Such is the question offered by environmental historian Adam Sowards. Based around a 1972 William O. Douglas dissent saying that nature should have legal standing in environmental cases, as opposed to the interests of the members of environmental organizations (for instance).
And so it seems unlikely, at least for now, that Douglas’ vision of nature as an entity with the right to sue will manifest in our courts. But does that matter? It depends on your criteria. The aftermath of the Supreme Court’s decision in Sierra Club v. Morton helped establish standing for environmental organizations, thus facilitating environmental litigation. The court’s opinion did not extend that right to natural objects, but Douglas’ dissent nudged the courts toward recognizing nature’s rights. This perspective pointed the way, according to legal scholar Christopher Stone, toward a new “level of consciousness” for the courts.
And so the debate about nature’s standing then becomes a broader philosophical debate about law and what it can and can’t, or should or shouldn’t, do. Law is not intended to transform levels of consciousness or morality; it is a pragmatic discipline. As a practical matter, extending standing to natural objects may simply be unnecessary.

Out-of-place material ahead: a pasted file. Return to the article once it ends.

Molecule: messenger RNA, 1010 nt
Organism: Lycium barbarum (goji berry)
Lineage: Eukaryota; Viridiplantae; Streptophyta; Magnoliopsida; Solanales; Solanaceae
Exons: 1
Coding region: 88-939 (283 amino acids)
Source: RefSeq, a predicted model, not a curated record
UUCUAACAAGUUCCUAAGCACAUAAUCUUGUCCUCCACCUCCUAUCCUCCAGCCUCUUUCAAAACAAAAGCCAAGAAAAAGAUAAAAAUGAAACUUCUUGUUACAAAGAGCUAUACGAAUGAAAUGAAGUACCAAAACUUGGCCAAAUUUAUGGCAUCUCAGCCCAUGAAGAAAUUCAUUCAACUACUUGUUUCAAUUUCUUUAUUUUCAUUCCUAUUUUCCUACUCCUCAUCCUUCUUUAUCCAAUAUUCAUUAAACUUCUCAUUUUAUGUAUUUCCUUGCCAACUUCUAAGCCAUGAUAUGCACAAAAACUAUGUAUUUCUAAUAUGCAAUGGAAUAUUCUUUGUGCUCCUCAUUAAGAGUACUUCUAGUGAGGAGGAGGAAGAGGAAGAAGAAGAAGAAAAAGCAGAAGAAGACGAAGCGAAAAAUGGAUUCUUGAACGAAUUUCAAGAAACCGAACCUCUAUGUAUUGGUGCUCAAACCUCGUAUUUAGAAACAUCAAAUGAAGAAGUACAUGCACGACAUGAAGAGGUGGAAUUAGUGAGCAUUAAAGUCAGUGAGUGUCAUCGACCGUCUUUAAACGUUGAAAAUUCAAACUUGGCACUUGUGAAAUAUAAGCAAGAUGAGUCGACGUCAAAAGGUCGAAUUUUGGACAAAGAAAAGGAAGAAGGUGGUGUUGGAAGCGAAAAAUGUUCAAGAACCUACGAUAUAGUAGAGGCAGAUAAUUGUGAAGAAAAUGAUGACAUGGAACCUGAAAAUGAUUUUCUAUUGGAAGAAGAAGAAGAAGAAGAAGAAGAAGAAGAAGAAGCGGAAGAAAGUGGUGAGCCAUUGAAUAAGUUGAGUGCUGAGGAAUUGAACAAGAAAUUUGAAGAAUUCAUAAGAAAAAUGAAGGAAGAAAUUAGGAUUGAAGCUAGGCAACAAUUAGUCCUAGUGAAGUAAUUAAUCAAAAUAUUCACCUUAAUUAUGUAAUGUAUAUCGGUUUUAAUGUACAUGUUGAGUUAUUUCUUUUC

As a moral matter, however, the failure to acknowledge nature’s rights frustrates legal and environmental activists and surely would have disappointed (though not surprised) Douglas, who retired from the Supreme Court in 1975, after a debilitating stroke, and died five years later.
Today, global climate change, biodiversity losses and habitat fragmentation are creating unprecedented social and ecological problems. Environmental crises require serious changes in governance and legal systems and, arguably, in morality. When organizations such as the Earth Law Center work to “advance legal rights for ecosystems to exist, thrive and evolve,” or when Ecuador declares in its 2008 Constitution that nature “has the right to integral respect for its existence and for the maintenance and regeneration of its life cycles, structure, functions and evolutionary processes,” they are paying homage to Douglas’ -vision and implementing it in governing structures where law and morality may intersect.
Maybe it doesn’t matter all that much. After all, it’s not all that hard to establish that people have an interest in a sound or untrammeled or (describe how you want) ecosystem. But the lack of nature itself having legal standing does suggest how society prioritizes not only humans over other creatures but also development over the interests of the creatures displaced or destroyed by that development.
Interesting thought piece at least.